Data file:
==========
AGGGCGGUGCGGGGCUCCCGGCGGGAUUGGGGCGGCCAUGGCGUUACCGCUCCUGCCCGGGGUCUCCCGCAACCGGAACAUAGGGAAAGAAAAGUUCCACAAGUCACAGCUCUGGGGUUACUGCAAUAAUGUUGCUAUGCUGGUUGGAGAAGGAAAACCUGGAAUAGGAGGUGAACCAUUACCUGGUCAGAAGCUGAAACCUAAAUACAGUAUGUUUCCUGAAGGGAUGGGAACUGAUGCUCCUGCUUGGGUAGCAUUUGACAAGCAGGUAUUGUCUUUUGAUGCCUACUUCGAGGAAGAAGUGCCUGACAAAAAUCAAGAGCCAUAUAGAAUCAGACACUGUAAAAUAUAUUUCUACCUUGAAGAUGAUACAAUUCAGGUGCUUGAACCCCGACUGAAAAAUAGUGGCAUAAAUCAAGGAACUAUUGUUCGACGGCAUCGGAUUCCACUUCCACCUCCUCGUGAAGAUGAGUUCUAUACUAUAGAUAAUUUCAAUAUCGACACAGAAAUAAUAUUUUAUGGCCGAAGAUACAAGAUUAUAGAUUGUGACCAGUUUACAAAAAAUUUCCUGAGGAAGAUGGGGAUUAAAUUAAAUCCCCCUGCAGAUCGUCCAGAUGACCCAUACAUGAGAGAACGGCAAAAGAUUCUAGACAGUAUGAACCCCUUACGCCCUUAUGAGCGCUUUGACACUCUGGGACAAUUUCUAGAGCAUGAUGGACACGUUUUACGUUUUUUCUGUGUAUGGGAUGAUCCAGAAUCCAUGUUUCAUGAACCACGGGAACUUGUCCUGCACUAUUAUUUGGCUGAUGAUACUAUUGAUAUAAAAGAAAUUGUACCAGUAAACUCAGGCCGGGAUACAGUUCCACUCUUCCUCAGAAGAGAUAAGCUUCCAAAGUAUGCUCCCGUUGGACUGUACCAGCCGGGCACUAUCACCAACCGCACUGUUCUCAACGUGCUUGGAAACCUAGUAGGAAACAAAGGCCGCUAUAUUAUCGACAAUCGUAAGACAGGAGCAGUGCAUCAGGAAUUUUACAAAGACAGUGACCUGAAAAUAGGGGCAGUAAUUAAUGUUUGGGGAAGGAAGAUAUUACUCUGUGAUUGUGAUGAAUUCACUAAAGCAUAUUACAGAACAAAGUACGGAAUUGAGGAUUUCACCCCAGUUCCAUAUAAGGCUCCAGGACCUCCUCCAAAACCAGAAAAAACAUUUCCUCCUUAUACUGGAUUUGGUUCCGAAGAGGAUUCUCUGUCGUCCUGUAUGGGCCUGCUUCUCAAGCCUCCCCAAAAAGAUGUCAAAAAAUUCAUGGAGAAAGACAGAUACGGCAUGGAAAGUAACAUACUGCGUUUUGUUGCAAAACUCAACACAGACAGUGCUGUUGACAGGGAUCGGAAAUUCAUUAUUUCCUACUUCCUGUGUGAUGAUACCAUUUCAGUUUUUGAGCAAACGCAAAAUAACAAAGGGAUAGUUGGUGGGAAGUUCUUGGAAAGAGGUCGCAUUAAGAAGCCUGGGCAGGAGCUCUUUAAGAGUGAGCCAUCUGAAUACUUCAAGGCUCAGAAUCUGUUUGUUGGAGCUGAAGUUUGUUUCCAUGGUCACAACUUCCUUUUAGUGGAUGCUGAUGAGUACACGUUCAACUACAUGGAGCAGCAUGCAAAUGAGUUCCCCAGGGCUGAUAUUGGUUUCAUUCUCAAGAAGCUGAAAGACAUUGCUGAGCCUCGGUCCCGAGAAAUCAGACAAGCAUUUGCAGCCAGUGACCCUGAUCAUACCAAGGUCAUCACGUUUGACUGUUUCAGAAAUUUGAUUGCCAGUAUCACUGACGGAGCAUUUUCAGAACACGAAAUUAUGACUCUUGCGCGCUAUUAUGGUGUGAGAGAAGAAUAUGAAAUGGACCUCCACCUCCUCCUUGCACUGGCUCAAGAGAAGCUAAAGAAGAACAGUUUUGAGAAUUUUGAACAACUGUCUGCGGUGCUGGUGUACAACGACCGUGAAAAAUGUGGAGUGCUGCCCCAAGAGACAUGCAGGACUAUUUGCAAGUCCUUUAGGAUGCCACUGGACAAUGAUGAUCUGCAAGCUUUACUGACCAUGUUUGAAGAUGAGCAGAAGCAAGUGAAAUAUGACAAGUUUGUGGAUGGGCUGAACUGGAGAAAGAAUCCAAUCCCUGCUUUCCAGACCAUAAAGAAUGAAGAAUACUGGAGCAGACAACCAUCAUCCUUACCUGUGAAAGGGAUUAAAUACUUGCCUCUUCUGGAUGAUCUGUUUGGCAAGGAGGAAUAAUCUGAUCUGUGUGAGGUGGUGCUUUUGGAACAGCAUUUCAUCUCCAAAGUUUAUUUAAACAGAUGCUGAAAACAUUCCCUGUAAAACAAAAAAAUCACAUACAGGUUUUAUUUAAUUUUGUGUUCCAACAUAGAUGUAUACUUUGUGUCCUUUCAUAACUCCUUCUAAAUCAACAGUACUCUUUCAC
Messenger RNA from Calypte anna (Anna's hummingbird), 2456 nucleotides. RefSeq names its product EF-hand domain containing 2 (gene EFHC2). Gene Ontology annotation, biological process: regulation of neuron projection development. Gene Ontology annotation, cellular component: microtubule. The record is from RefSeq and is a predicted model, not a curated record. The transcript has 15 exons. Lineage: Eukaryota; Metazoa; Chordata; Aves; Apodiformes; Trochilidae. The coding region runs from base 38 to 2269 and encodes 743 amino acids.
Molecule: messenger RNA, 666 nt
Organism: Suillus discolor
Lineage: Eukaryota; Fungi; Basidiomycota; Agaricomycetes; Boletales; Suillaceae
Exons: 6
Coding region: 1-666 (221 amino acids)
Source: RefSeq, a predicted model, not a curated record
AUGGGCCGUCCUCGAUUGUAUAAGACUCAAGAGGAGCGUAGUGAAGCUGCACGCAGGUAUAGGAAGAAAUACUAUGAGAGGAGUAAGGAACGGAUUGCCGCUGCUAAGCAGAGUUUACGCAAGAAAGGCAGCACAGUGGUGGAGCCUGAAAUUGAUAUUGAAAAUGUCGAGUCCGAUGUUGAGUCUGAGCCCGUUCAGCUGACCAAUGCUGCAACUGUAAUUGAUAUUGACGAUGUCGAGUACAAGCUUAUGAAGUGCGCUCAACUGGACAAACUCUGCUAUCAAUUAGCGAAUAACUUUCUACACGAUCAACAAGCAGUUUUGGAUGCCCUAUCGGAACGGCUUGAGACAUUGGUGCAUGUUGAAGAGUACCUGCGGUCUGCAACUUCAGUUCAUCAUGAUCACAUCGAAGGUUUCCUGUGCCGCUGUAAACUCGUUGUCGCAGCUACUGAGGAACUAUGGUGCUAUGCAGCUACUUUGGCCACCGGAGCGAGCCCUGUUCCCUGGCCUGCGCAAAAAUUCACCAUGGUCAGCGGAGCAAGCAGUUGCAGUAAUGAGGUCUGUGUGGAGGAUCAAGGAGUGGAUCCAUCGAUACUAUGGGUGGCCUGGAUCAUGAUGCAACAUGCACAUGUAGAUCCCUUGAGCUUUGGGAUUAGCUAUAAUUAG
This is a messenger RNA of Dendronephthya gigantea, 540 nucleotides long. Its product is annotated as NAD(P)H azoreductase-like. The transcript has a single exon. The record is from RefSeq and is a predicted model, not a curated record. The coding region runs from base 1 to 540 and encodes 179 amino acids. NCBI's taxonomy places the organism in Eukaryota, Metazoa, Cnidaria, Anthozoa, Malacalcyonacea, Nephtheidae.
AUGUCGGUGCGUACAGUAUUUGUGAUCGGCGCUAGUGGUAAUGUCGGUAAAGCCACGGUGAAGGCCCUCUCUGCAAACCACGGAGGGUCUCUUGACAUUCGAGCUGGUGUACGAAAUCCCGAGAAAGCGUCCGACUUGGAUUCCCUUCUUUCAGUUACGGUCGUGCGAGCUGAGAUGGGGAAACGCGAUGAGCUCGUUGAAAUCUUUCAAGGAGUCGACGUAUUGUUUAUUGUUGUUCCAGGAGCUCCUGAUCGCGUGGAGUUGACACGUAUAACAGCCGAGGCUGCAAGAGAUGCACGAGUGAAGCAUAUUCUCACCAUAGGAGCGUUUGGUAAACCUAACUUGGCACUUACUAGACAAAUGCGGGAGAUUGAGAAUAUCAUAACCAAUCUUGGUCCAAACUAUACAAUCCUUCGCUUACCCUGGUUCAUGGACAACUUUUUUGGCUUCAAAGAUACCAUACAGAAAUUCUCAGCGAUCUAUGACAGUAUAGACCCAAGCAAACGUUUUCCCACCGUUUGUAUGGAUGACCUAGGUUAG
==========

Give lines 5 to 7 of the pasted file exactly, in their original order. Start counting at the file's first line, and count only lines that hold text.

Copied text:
Lineage: Eukaryota; Fungi; Basidiomycota; Agaricomycetes; Boletales; Suillaceae
Exons: 6
Coding region: 1-666 (221 amino acids)